**TANGRAM **is a puzzle game of Chinese origin composed of seven tablets and invented, probably, during the Song Dynasty, 960-1279. The objectives of the game can be twofold: reassemble the initial square (see below) or form any other figure using all the pieces, without overlapping. The word “Tangram” may be derived from the Chinese word tang and the Greek word gramma. In Chinese it means “the seven stones of wisdom.” The tangram arrived in Europe in the early 19th century, but it was Lewis Carroll, pseudonym of the writer and mathematician Charles Dodgson, author of the book Alice in Wonderland, who revived and popularized it a few decades later.

**STOMACHION **is a more complicated version of the tangram; it is played the same way but consists of fourteen figures that make up a square.

## How to play

Using the colored polygons put the puzzle back together. How many ways can you do this? In the vertical magnetic panel, you can use the shapes of the tangram in magnetic material to make up the red square in the center and create new figures. On the horizontal base you can use the large tangram or stomachion shapes to make up the square.

The stomachion is considered a game that greatly benefited to strengthen our memory, when we were children.

cevio basso, latin poet

**STOMACHION** – The fourteen pieces have the characteristic of being commensurable to the square they compose: 5 pieces have an area equal to 1/12 of the square (i.e., 20/48), 4 pieces 1/24 (8/48), 2 pieces 1/48 (2/48), and the remaining three pieces have an area equal to 1/16 (3/48), 1/6 the quadrilateral (8/48), and 7/48 the pentagon, respectively. Bill Cutler, a mathematical puzzle expert, calculated in 2003 that there are 536 possibilities for solving the stomachion, excluding identical solutions by rotation or reflection that would instead bring the total to 17’152 solutions. The reasoning involved in solving the stomachion and discovering all possible combinations corresponds to a combinatorial calculus problem, perhaps one of the oldest in history.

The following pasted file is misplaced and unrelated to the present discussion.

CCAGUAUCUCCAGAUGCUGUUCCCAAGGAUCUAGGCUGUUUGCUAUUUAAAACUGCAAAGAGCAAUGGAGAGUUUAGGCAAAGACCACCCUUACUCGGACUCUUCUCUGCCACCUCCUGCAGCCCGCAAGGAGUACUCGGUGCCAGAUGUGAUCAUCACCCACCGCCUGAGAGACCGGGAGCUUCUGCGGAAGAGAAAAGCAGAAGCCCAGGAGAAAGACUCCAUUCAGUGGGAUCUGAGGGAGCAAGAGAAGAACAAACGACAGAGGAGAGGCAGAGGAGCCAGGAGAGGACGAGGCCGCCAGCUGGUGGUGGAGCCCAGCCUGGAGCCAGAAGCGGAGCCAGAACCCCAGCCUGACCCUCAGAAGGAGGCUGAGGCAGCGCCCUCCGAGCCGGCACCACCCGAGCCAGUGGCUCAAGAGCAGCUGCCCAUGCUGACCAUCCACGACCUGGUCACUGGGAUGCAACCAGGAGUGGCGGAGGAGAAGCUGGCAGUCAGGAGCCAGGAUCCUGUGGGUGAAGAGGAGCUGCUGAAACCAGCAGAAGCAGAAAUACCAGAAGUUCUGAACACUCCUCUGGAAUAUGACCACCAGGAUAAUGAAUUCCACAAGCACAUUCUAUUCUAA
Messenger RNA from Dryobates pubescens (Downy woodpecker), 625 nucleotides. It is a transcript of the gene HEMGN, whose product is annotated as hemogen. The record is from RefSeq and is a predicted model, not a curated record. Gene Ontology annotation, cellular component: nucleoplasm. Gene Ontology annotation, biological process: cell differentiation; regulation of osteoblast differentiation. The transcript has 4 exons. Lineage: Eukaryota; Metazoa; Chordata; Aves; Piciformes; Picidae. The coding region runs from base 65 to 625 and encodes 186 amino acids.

**Teaching links:**** ****Combinatorial calculus**

The study of Archimedes’ celebrated “Palimpsest” (the oldest copy of written works by the noted mathematical genius of antiquity) suggests that the mathematician already wondered how many ways he could arrange the 14 templates to solve the game. If so, it would probably be the first combinatorial calculus problem in history. However, finding its solution is utterly nontrivial and has been done only in recent years.

**How many solutions are there?**

For the tangram there is only one solution short of rotations, but for the stomachion there are many more solutions? How many can you find? The animator can take pictures of each solution found, show it, to see if it is the same solution minus movements such as rotations or if it is really a new solution. In the photo gallery are some solutions found by visitors to the exhibition.

It is fun for children to stimulate them to create curious figures or characters using the different geometric shapes of the tangram or even the stomachion. Perhaps characters from the story of Alice in Wonderland? Like the ones drawn in the panel. Or ask them to recognize the different figures that make up the Alice characters that are depicted on the panel.

The stomachion may be an invention of Archimedes, the great inventor and mathematician of ancient Greece. In truth, it remains a mystery whether he was its inventor or only studied it. The name may derive from the Greek word stomachos (irritation) or from ostomàchion meaning “battle of the bones,” because in ancient times this game was constructed from small bones that were carved into the fourteen shapes.

## How to build

**EXHIBIT MATERIAL:**

- Horizontal pallet (120×120 cm)
- Vertical pallet (100×215 cm)
- Wood and cardboard base for playing (80×80 cm)
- Stomachion large shapes (MDF) & Tangram large shapes (MDF)
- Cardboard title panel (100×20 cm)
- Cardboard panel with magnetic panel (100×100 cm) for tangram with magnetic tiles
- Cardboard panel with “STOMACHION” explanation (65×10 cm) for cardboard base

**CLICK AND DOWNLOAD PRINT-READY .PDF FILES:**

- MAGNETIC PANEL 55X90 cm
- MAGNETIC TILES for magnetic TANGRAM 30X30 cm
- (ITA) STOMACHION panel 100×100 cm (material: cardboard)
- (ITA) STOMACHION panel 65×10 cm (material: cardboard)
- (FRA) STOMACHION panel 100×100 cm
- (FRA) STOMACHION panel 65×10 cm
- TANGRAM & STOMACHION TILES (for laser cut)
- (ITA) STOMACHION title 100×20 cm
- (FRA) STOMACHION title 100×20 cm